Africa Media Review for March 19, 2018

South Sudan Wants UN Peacekeepers Out
South Sudan has protested the renewal of the mandate of the UN peacekeepers in the country. Information minister and government official spokesperson Michael Makuei said last Thursday’s decision by the Security Council on the United Nations Mission in South Sudan’s (UNMISS) mandate was unfair and totally unacceptable. Mr Makuei said Juba was not consulted on the matter. “This renewal is not acceptable. It is unfair decision because the government was not consulted,” Mr Makuei said on phone. The UN Security Council last Thursday renewed the peacekeeping mission’s mandate until March 15, 2019, with the passing of resolution 2406. The resolution tasked UNMISS to continue its work to protect civilians, through the proactive deployment of its peacekeeping troops across the war-torn country. The East African

Burundi’s Nkurunziza Sets May Date for Controversial Referendum
Burundi’s president has signed a decree setting May 17 for a referendum on changes to the constitution that could keep him in power until 2034, days after some ruling party members bestowed on him the title of “eternal supreme guide.” The decree, shared online Sunday by Burundi’s UN ambassador and other officials, could lead to more unrest in the East African country that saw deadly political violence after the president’s disputed decision in 2015 to seek a third term. Opposition and human rights groups have called the referendum a plot by Nkurunziza to stay in power for life. France 24

Mauritius President Resigns amid Financial Misconduct Claims
The president of the Indian Ocean nation of Mauritius, Africa’s only female head of state, has resigned amid a financial scandal. Ameenah Gurib-Fakim Gurib-Fakim submitted her resignation in the “national interest,” her lawyer Yousouf Mohamed told reporters Saturday, according to local news reports. Her resignation is effective on March 23. It has been alleged that Gurib-Fakim made personal purchases with a credit card provided by an NGO, whose Angolan founder has sought to do business in Mauritius and is under investigation for alleged fraud in Portugal. Gurib-Fakim said earlier this week that she “inadvertently” used the credit card from the London-based Planet Earth Institute for “out-of-pocket” expenses of about $27,000, and that she had refunded the money. AP

Sierra Leone Ruling Party Cries Foul
Still reeling in the pain of its shock defeat in the first round of this month’s presidential election, Sierra Leone’s governing party has accused the National Electoral Commission (NEC) of conniving with foreign forces to push for regime change. The All People’s Congress (APC) party has subsequently made several demands it wants met before the presidential run-off slated for March 27. The APC’s candidate, Dr Samura Kamara, will face off with the main opposition Sierra Leone People’s Party (SLPP) candidate, Brig. (Rtd) Julius Maada Bio, in the second round after both failed to secure the constitutional threshold of 55 per cent in the first round. Brig Bio emerged on top with 43 per cent of the votes cast, ahead of Dr Kamara’s 42 per cent. There were 14 other candidates. The East African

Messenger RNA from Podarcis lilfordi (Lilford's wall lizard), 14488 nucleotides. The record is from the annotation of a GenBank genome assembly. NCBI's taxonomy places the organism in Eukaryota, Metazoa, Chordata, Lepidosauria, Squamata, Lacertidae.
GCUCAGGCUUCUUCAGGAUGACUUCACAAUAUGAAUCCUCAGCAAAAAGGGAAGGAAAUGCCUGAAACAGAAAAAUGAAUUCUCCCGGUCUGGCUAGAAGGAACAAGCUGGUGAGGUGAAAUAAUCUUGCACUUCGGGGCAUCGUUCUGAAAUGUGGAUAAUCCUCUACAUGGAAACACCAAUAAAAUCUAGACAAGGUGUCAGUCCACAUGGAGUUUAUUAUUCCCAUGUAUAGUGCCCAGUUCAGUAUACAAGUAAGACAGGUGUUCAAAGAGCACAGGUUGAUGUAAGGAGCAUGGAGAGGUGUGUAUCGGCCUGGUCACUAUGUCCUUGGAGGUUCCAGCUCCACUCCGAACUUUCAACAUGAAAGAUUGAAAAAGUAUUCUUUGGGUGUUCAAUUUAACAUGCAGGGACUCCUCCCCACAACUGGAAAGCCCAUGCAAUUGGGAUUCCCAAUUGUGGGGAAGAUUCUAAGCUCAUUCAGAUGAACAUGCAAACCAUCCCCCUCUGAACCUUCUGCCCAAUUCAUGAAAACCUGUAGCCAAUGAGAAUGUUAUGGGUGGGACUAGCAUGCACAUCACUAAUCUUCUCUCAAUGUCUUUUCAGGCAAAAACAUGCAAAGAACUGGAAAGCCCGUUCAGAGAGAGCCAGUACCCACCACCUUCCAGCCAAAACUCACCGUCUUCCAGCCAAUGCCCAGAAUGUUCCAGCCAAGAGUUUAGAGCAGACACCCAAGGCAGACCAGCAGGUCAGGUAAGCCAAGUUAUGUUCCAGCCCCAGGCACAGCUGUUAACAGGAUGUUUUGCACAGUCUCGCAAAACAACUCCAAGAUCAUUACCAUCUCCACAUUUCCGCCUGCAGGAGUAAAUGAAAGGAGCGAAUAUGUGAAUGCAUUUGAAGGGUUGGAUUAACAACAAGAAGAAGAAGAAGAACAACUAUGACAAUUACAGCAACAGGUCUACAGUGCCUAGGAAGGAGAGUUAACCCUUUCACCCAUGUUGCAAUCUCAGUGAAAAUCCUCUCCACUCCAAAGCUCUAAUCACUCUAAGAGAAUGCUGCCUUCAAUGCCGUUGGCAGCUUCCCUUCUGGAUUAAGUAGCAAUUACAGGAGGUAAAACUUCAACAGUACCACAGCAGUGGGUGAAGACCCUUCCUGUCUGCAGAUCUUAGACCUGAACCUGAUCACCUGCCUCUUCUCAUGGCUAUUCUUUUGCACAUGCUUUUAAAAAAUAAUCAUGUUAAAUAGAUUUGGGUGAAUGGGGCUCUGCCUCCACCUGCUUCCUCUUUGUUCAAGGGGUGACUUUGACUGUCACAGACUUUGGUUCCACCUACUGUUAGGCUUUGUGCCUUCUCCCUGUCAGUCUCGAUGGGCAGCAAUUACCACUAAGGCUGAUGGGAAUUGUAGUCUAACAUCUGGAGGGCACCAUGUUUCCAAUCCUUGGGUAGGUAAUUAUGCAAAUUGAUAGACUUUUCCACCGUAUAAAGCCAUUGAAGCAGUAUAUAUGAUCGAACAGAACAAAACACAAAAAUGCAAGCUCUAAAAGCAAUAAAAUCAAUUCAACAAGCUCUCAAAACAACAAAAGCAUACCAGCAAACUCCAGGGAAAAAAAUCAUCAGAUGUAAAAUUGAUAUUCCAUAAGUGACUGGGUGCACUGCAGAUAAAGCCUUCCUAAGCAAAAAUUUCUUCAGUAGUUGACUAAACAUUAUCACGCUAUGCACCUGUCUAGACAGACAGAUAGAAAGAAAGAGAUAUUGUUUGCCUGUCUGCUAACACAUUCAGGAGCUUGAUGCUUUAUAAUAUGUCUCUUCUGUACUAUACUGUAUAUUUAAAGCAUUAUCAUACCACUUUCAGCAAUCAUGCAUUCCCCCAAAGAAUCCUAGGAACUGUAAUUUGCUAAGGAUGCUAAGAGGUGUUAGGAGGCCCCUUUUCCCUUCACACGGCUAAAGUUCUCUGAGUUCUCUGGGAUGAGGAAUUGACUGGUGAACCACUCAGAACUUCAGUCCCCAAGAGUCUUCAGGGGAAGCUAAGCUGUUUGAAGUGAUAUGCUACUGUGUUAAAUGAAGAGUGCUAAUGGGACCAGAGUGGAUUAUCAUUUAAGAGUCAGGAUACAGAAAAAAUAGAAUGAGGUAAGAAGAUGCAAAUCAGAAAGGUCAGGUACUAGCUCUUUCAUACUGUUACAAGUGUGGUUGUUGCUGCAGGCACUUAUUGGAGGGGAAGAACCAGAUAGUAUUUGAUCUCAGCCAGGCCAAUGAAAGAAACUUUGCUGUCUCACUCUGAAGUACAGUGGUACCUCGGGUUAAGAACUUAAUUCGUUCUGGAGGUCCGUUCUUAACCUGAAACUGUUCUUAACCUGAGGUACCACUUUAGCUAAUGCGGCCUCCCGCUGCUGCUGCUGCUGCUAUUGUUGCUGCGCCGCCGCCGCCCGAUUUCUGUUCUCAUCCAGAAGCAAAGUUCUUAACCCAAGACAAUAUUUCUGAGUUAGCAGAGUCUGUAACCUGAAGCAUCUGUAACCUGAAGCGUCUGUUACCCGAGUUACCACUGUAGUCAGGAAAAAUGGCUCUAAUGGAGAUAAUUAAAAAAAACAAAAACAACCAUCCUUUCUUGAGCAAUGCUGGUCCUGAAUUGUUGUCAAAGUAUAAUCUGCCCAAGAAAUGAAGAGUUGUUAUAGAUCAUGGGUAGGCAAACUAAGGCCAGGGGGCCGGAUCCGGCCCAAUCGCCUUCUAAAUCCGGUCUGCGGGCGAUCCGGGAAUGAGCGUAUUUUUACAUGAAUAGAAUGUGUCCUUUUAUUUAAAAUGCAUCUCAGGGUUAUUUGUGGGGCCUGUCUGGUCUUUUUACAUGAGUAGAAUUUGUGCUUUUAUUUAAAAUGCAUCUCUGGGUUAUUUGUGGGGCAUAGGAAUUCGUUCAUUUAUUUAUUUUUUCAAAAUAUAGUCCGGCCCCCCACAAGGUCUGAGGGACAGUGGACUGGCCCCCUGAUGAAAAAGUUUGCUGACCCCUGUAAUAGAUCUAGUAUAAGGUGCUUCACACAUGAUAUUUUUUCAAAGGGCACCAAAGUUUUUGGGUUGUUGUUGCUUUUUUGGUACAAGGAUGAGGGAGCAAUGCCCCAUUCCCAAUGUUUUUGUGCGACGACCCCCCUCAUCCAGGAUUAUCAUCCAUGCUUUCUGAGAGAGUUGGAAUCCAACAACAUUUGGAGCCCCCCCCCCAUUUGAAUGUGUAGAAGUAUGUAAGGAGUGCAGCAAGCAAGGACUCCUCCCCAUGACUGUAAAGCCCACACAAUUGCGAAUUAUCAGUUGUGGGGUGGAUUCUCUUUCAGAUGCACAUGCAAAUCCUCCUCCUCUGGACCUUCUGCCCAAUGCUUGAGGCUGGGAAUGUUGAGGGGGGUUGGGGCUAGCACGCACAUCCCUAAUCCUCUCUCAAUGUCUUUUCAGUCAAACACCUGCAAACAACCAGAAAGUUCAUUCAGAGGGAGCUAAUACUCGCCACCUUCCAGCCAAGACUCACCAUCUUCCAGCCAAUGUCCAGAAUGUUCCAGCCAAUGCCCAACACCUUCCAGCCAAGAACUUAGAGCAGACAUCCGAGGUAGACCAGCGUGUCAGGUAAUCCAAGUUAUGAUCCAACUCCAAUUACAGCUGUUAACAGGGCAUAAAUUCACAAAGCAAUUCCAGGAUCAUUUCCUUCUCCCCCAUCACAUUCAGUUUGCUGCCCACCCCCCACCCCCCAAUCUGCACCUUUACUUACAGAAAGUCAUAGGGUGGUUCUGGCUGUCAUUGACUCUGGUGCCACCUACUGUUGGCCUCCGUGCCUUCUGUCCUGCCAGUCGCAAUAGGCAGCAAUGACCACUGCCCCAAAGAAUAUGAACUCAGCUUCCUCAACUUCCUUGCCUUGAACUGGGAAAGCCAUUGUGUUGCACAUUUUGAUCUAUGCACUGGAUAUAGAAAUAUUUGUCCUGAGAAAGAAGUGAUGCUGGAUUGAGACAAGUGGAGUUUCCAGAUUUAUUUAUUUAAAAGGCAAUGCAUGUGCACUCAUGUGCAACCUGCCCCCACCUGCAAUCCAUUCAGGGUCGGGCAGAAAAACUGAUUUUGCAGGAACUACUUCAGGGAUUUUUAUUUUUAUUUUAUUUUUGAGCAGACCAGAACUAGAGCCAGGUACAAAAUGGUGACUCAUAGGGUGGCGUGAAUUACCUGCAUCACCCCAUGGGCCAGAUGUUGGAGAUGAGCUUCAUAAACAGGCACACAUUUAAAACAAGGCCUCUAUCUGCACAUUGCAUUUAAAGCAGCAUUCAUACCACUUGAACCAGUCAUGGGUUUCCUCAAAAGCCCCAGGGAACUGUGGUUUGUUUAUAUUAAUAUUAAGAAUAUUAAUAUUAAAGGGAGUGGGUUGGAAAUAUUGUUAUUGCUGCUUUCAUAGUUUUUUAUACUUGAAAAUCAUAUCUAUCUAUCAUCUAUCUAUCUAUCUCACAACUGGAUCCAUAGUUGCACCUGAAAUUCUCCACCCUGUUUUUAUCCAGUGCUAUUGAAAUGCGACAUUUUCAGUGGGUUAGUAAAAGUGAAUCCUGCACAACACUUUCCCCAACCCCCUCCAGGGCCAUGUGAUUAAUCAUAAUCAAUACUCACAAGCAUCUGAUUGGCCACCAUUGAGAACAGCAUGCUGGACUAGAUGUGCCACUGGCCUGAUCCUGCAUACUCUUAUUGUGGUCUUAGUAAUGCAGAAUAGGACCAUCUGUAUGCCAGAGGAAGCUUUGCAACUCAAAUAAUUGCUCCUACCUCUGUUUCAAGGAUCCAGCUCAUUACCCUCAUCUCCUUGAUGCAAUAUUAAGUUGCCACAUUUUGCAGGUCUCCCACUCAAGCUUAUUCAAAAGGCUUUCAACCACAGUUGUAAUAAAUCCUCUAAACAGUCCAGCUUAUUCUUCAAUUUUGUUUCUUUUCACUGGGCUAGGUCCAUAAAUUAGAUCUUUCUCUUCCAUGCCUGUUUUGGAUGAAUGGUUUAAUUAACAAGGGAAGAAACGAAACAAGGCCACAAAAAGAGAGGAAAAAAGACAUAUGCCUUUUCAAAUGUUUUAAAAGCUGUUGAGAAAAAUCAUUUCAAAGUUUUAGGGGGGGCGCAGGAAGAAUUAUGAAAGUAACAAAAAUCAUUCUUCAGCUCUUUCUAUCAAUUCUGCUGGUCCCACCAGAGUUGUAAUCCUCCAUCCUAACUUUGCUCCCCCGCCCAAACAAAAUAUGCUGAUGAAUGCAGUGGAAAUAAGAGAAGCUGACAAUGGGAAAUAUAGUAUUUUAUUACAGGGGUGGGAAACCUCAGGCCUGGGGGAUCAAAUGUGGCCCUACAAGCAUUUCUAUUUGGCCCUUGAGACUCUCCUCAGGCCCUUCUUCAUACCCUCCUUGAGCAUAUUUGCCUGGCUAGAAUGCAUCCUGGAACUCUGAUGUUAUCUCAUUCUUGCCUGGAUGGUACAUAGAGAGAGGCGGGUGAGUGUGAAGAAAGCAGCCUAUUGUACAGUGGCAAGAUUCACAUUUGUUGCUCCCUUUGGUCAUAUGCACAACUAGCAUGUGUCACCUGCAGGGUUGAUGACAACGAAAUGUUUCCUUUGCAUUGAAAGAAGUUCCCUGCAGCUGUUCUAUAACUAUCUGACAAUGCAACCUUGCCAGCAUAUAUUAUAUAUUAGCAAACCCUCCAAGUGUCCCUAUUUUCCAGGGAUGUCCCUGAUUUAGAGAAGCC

Ethnic Violence in Congo’s Northeast Displaces 60,000
The assailants attacked under cover of darkness, slaughtering Nguli Nzafi ‘s wife and three children with machetes and arrows. The 71-year-old, who also lost all 40 of his cattle in the violence, was forced to flee on foot some 90 kilometers (56 miles) to safety in the town of Bunia. “I have lost everything because I no longer have my wife nor my children,” he says. “I cannot eat nor sleep. I’m afraid that this fighting is as bad as the war in 1996-2002.” Violence between Nzafi’s Hema community and the Lendu ethnic group in Congo’s northeast has now killed at least 150 people and has forced more than 32,000 people to flee to Bunia, where humanitarian assistance is strained and the suffering are eager for improved conditions. VOA

Canada to Deploy Troops, Helicopters to Mali: Report
Canada will send troops and helicopters to Mali to join a UN peacekeeping mission there, Canadian media have reported. The helicopters are expected to replace a German contingent. Canada will soon take part in its first peacekeeping mission to Africa since Rwanda in 1994, sending peacekeepers, backed by helicopters, to join UN Blue Helmets in Mali before autumn, Canadian media reported late on Friday. The commitment comes amid pressure on Canada from Germany and the Netherlands to send peacekeepers, with the Canadian helicopters expected to replace a German contingent, CBC News said, citing a senior government official. The deployment would be for a planned 12 months, according to the report. Deutsche Welle

South Africa Hits Fallen Zuma with Arms Deal Corruption Charges